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Insights: Your body’s true age

By Jacqueline Mahugu | Published Sun, May 13th 2018 at 00:00, Updated May 12th 2018 at 22:00 GMT +3
Plant-based diet

One of the major determinants of biological age is the telomeres in our bodies.

Telomeres, the parts of chromosomes that control ageing, determine the speed at which cells age and die.

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Studies show that older people have shorter telomeres, while younger people have longer ones. People with shorter telomeres have been found to be more susceptible to early death, getting cancer or developing a neurological disease.

A study at King’s College in London found that biological age was closely tied to risk of diseases such as Alzheimer’s and osteoporosis than chronological age.

Another thought is that how you age is determined by of how much our bodies exert themselves energy-wise to continuously fix the problems that occur in our bodies’ DNA as our cells divide.

Can you delay biological ageing?

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Is it possible to make your telomeres longer, or slowdown the rate at which they shorten? Genetics play a huge role in how you age, but for the most part, the answer is yes, you can. With biological age, the phrase, “You’re not growing any younger” does not always hold water.

If you feel older than your age and want to get a rein on your aging process, there are a few things you can do, all of which relate to your lifestyle.

 

1. Just 30 minutes of motion

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A London study on 2,400 twins showed that with each pair of twins, the ones who exercised more had longer telomeres, thus were biologically younger than the twin who did not exercise. It also just required 30 minutes of exercise a day for the more active twin to be biologically younger.

 A study from Korea yielded similar results, showing that people who exercised three hours a week had longer telomeres. Athletes in their 50s have also been found to have telomeres as long as of people in their 20s.

 

2. Plant-based diet

Studies show that foods high in fibre and vitamins are strongly related to longer telomeres, thus aging slower.

Moderating your intake of saturated fats, which are found in meat, eggs and milk has been shown to slow the aging process. Having most of your food helpings come from a plant-based diet is an almost sure bet to having longer telomeres.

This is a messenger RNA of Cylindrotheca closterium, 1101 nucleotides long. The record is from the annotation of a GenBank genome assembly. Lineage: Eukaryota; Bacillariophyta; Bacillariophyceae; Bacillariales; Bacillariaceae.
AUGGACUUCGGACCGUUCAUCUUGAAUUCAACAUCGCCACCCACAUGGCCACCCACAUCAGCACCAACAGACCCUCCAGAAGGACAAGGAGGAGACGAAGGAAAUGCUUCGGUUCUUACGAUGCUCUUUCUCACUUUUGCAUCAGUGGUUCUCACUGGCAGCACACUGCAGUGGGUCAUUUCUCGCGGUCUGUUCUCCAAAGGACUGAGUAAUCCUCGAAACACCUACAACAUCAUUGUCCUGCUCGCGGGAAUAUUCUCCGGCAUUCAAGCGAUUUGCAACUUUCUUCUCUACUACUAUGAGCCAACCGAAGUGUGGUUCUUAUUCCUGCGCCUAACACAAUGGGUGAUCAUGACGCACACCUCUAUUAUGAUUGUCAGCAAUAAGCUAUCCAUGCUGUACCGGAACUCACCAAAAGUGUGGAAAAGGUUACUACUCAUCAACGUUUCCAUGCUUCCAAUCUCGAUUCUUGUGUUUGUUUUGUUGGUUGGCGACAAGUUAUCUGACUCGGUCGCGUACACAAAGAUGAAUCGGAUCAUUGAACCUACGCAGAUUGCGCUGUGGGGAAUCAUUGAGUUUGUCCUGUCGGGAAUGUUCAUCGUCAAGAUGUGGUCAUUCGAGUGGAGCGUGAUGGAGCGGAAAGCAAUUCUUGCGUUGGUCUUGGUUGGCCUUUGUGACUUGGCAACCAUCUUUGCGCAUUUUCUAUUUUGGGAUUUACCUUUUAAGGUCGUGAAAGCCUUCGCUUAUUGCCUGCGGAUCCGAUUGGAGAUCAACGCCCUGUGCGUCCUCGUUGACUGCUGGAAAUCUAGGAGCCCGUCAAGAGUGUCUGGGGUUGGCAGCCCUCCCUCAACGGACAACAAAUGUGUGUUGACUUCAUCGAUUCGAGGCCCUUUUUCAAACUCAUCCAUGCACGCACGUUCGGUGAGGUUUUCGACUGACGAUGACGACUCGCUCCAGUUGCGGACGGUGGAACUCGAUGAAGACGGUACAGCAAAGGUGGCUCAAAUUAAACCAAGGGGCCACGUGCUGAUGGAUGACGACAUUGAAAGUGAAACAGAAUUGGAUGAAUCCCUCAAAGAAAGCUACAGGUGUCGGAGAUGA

Researchers reviewing different studies on telomeres found that the Mediterranean diet (which MedicineNet says is mostly fruits, vegetables, nuts, grains, olive oil, grilled and steamed chicken and seafood (rather than red meat) resulted in longer telomeres.

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3.  Relax

Stress can make you feel like you carry the weight of the world on your shoulders, and the truth is, that is not too far from reality. Stress can not only make you look older, it actually does make you older.

A 2004 study done on women who had healthy children versus women who had chronically ill children showed that the women who were less-stressed about their children’s health had telomeres that were 10 years longer than those of the stressed out women, showing that they were biologically younger by 10 years.

Managing stress by seeing a therapist when you need to, getting enough sleep and rest, exercising, intentionally seeking out fun activities, laughing, among others can go a long way in making you (look) younger.

 

4.  Get that pain checked out

It is great to put on a brave face when in pain, but pain that lasts longer than a few days should be seen usually as a sign that something is wrong in your body, so ignoring it may be straining your body to try and work as it should. Joint and muscle pain should especially be looked into by a physiotherapist who will help you do what you need to reduce it.

 

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5.  Ensure brain health

If the biological age of your brain is older than your chronological age, the years will show up in the rest of your body. Researchers at Imperial College London found that such people had poorer lung function, slower walking speed and an increased risk of death. One of the best remedies to prevent your brain from ageing is to exercise, manage stress and avoid high cholesterol.

 

6.  Don’t overload the liver

The liver filters out toxins such as chemicals from drugs, byproducts of alcohol and even microorganisms that get into the bloodstream such. Overworking it can put a strain on the body, and some toxins may find their way into the heart. This leads to an overload of the immune system.

A good rule of thumb to help your liver work efficiently is to ensure that your meal consists of vegetables and fruits. The less processed foods, the better. Also ensuring that you drink enough water daily will ensure that your liver is efficient and reduce your biological age.

 

7.  Take care of your skin

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The skin is one of the most obvious markers of advancement in age. Many people look a lot older or younger than they are simply because of what their skin looks like.

It is also a marker of health, as damaged skin is often a sign of poor health. Some of the ways you can reduce aging even on your skin is by reducing or eliminating sugar from your diet. Drinking lots of water keeps it hydrated and supple, while eating fruits and vegetables delivers the right nutrients to keep it healthy.

 

 


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